I mentioned earlier that there are constant streams of information flowing into any service. These include the daily, and often informal, interactions with service users, relatives, staff, visiting professionals, and so on. It also includes reports, audits, staff supervisions and appraisals, assessments, reviews, staff and management meetings, training courses, etc. Some of this information may be very useful, or indeed, critical, for the service manager, whereas some of it may be just ‘noise’. A crucial part of a manager’s role, I would argue, is to be able to separate out the useful from the ‘noise’. It is also essential that they can make proper sense of the information that is useful; in other words, they need to be able to ‘translate’ information into knowledge or intelligence.
Leaving aside the question of such a ‘translation’ for the moment, there is also the issue of collation. By this I mean how best to gather all this disparate information together in a manageable form in the first place. This may be for a number of different purposes; for example, to put together a management or company report, a business plan, a staff performance review, a resident’s care plan review, and so on. Or it could be in order to construct a ‘big’ or overall ‘picture’ of the whole service.
It is this idea of constructing a ‘big picture’ of the whole service that I would like to focus on here, because this is precisely what the CQC does when it carries out its routine service inspections. Essentially, it wants to take a ‘snap-shot’ of the whole service with regards to its overall quality. And the way it goes about this is to gather and collate as much information (evidence) as possible within the time available. As readers will be fully aware, to facilitate this process of information gathering and collation, the CQC ‘breaks down’ each service into five ‘domains’ (safe, effective, caring, responsive and well-led), and twenty five key lines of enquiry (KLOEs). This is simply to help guide the evidence gathering process and to enable to inspection team to come up with a rating for each service.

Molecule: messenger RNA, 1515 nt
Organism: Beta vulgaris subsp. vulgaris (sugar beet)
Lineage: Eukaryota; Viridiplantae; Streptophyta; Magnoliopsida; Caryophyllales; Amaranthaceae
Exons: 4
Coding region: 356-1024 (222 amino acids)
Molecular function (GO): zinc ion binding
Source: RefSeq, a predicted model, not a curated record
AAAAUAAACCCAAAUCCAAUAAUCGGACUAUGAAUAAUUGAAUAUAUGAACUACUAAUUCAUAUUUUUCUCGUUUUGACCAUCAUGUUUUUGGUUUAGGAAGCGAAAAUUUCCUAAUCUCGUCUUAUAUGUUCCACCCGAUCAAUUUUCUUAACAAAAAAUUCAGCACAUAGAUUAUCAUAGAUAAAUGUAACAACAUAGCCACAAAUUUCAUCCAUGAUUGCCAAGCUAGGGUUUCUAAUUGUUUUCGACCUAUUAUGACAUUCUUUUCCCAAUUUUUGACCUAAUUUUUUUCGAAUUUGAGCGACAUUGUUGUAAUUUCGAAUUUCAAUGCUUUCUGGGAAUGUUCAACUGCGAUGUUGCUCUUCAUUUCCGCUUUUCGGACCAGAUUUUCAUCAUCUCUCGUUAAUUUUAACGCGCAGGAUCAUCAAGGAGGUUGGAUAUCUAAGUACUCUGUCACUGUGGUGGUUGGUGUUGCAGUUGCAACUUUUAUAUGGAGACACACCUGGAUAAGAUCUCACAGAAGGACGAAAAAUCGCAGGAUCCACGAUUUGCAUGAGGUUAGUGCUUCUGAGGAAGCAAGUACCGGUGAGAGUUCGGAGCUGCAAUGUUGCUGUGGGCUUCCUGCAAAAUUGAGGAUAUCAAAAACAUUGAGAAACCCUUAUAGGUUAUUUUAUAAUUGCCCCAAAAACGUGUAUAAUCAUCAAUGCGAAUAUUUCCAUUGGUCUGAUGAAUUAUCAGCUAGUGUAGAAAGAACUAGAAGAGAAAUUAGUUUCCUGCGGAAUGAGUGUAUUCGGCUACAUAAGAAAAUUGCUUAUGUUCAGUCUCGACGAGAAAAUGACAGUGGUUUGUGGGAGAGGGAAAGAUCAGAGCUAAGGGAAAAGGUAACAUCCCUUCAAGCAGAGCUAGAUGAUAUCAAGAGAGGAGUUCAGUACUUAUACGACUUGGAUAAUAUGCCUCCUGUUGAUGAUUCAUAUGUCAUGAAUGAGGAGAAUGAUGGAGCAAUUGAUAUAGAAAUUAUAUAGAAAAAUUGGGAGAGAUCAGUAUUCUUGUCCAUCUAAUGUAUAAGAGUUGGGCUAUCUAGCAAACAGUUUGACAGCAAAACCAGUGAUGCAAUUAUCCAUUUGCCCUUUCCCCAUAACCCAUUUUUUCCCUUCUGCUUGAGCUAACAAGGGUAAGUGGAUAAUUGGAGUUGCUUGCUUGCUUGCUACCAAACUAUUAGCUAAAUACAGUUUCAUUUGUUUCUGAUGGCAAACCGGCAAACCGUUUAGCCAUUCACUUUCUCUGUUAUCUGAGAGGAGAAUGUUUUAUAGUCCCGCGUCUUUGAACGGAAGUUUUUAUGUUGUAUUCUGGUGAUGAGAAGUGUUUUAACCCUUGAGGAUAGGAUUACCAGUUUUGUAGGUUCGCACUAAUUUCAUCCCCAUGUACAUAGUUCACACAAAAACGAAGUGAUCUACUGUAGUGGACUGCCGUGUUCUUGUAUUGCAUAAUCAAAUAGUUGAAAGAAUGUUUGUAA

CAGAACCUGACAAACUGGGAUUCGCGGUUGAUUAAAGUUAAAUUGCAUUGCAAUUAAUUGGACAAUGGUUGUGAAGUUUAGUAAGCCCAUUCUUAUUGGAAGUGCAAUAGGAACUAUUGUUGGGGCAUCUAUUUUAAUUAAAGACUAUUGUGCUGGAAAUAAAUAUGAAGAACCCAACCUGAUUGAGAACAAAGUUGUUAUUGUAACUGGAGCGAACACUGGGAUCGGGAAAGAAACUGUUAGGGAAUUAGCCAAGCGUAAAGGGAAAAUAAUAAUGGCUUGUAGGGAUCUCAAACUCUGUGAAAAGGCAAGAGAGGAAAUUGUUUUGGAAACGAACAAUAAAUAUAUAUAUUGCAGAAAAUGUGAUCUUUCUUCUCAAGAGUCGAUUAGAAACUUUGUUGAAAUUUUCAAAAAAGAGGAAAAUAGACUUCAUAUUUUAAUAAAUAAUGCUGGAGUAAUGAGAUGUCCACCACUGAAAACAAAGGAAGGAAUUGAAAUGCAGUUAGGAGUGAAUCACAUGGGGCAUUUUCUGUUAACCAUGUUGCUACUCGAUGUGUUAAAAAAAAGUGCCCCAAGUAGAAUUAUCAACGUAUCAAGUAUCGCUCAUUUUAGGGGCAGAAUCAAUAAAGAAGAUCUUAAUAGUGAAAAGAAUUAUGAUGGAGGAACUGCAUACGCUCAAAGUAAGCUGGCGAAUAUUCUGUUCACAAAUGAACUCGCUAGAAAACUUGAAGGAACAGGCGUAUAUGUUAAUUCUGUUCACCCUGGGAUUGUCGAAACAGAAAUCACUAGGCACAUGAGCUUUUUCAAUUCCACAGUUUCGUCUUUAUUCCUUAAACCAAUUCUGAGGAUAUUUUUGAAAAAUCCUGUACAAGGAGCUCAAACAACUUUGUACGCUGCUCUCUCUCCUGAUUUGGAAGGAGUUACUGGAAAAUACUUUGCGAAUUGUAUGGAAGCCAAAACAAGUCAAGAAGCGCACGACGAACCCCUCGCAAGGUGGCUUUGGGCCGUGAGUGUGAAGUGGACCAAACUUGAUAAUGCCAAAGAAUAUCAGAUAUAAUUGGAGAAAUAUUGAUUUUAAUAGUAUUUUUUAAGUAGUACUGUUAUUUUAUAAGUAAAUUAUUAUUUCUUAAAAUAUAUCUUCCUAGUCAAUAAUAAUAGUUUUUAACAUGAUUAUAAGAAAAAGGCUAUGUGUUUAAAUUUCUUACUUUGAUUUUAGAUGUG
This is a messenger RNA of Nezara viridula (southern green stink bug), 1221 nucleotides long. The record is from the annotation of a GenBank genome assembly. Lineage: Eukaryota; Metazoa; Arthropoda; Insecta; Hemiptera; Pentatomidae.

But as I always tell my clients and prospective clients, and as I’ve written numerous times on this blog and in social media discussions, there is nothing to stop service managers constructing their own ‘big pictures’. In other words, they can take a leaf out of the CQC’s own book by gathering and collating their own evidence for each the domains and KLOEs. What’s more, they can make this a dynamic process, rather than simply waiting for the next CQC inspection. By ‘dynamic’ I simply mean managers can gather information on a continuous basis, and update existing information as and when necessary. This means they will, in theory, always have an up to date, overall ‘picture’ of their service.
The reason such a ‘big’ or overall picture matters is that without it, managers are essentially ‘flying blind’. In other words, they will have no real idea of how safe, effective, caring, responsive and well-led their services actually are; until, of course, the CQC arrives and constructs its own ‘big picture’ of the service. I often get the impression, though, that many managers and providers, whilst acknowledging the importance of having such a ‘big picture’ of their services, still do not see it as a priority.
And this brings me back to the whole question of crisis management and whole ‘fire-fighting’ analogy. Many crises are quite preventable and only occur because of a lack of effective intelligence. If the manager had had a better understanding of the overall service and had been aware of potential ‘flash-points’, then it is quite possible that things would never had got out of hand in the first place. And even in situations where crises do occur, having that wider perspective can only ever help rather than hinder.